People Say was the albums lead single and it was clear to see why as the track truly shows just how strong the entirety of Wu-Tang are together and with Masta Killah even dropping by for a verse this song is yet another clear strength that this album has. This song is possibly the closest this record comes to displaying classic Wu-Tang in it’s full glory the overall sound that is produced on this track is almost flawless and really showcases the ability that this group has and had.

The following three tracks leave little to say bar the acknowledgment that there is some strength in the vocal delivery and lyrical content that exists on the tracks. However, Why Why Why does bring in a far more serious topic with the ideas of police brutality that has become an epidemic in the US. G’d Up adds in these few brief moments of autotune which feel really out of place in a Wu-Tang record and really doesn’t add anything to the track.

The final full-length tracks on this record are Hood Go Bang! and My Only One. The former of the two see Method Man and Redman join forces for the track which is far too short and despite a catchy set of words for the ‘chorus’ and an extremely strong verse from Method Man, the track really lacks more content which would transform the track and make it strgoner as a whole. The latter of these tracks a great cut which is another highlight that exists on this album,  with the slight more pop-centric makeup, which lets the song down to an extent because of the chorus, the track feels different to most of the songs on this album. However, the verses and instrumentation on this song are still strong and allow Ghostface Killah and RZA to showcase their ability once again whilst also allowing Cappadonna to come in with energetic verse whilst having this classic Wu-Tang drum beat exist underneath the track.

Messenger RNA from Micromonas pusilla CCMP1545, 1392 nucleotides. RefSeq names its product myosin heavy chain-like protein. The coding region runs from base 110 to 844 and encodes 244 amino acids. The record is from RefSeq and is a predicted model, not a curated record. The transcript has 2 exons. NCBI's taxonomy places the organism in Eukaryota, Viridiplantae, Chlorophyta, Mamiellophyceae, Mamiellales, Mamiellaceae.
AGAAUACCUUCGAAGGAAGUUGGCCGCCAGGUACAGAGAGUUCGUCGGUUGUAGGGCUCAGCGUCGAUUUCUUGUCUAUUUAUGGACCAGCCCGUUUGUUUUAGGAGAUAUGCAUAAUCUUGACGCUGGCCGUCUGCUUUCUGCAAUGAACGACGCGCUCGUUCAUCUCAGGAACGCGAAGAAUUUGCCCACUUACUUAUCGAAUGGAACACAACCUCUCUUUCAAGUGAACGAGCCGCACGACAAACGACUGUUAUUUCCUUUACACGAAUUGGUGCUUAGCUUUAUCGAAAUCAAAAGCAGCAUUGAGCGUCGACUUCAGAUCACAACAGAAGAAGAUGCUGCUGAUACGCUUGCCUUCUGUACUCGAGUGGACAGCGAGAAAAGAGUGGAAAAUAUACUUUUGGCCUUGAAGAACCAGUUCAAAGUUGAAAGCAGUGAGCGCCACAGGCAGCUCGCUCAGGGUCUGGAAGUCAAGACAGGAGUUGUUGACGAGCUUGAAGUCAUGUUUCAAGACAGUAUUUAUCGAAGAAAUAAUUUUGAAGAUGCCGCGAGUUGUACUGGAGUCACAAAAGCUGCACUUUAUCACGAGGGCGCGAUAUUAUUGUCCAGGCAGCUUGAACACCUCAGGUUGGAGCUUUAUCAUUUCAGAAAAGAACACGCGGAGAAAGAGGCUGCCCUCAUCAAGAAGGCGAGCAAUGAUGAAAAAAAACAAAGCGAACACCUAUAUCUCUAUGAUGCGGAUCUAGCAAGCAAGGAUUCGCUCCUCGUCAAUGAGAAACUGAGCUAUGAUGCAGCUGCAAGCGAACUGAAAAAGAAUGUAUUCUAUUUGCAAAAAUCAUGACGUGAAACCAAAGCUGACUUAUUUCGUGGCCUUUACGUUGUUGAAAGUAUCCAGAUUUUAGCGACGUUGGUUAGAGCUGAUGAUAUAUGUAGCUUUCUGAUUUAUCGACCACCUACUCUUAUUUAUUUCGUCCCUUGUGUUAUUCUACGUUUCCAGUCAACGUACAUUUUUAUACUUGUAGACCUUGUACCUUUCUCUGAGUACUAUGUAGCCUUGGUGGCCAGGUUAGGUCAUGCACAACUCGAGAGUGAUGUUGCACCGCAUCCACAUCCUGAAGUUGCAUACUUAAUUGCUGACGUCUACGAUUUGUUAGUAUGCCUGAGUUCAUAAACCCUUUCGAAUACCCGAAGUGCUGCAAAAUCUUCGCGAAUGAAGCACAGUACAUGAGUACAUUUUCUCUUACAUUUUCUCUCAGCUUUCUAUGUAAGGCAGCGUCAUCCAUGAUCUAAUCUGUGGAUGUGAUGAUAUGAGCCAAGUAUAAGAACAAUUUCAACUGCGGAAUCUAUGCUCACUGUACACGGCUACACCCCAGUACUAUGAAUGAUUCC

Rounding off this album is Message and The Saga Continues Outro. The former of which talks about the notion of being a black man and being a mentor to younger people, this track is one of the most verbose skits on the record and although packing a poignant message feels a little out of place, almost jammed in to the record when another track of the same length could have been put in its places. The second track here is another small moment for RZA to take center stage as he closes off the record with this short half verse which almost appears as an offcut from the album which from the words would be an interesting full track. However, these two tracks combined do bring this record to a concise close even if it feels a little lack luster in comparison to My Only One which sits just before these two cuts.

Overall this album is a great listen, track to track there is something for every Wu-Tang fan, the delivery of the original members and to the same extent, the features that come from those who are close to the group are in top form. However, it is noticeable throughout this album that it feels far more like a collection of solo-Wu cuts which have been slammed together and wrapped up as a new Wu-Tang album. Despite the many strong verses that run throughout this record from Ghostface Killah, RZA etc. the group seem to still be following their iconic sound which they have cultivated for years, however now it feels to be getting a little stale. Yet, Wu-Tang: The Saga Continues still is an album worth checking, out as the production of Mathematics is second to none and truly adds to the overall punch that this album packs, this co-insided with the great performances still makes this an essential listen for any Wu-Tang fan or rap fan alike before the year is out. [7/10]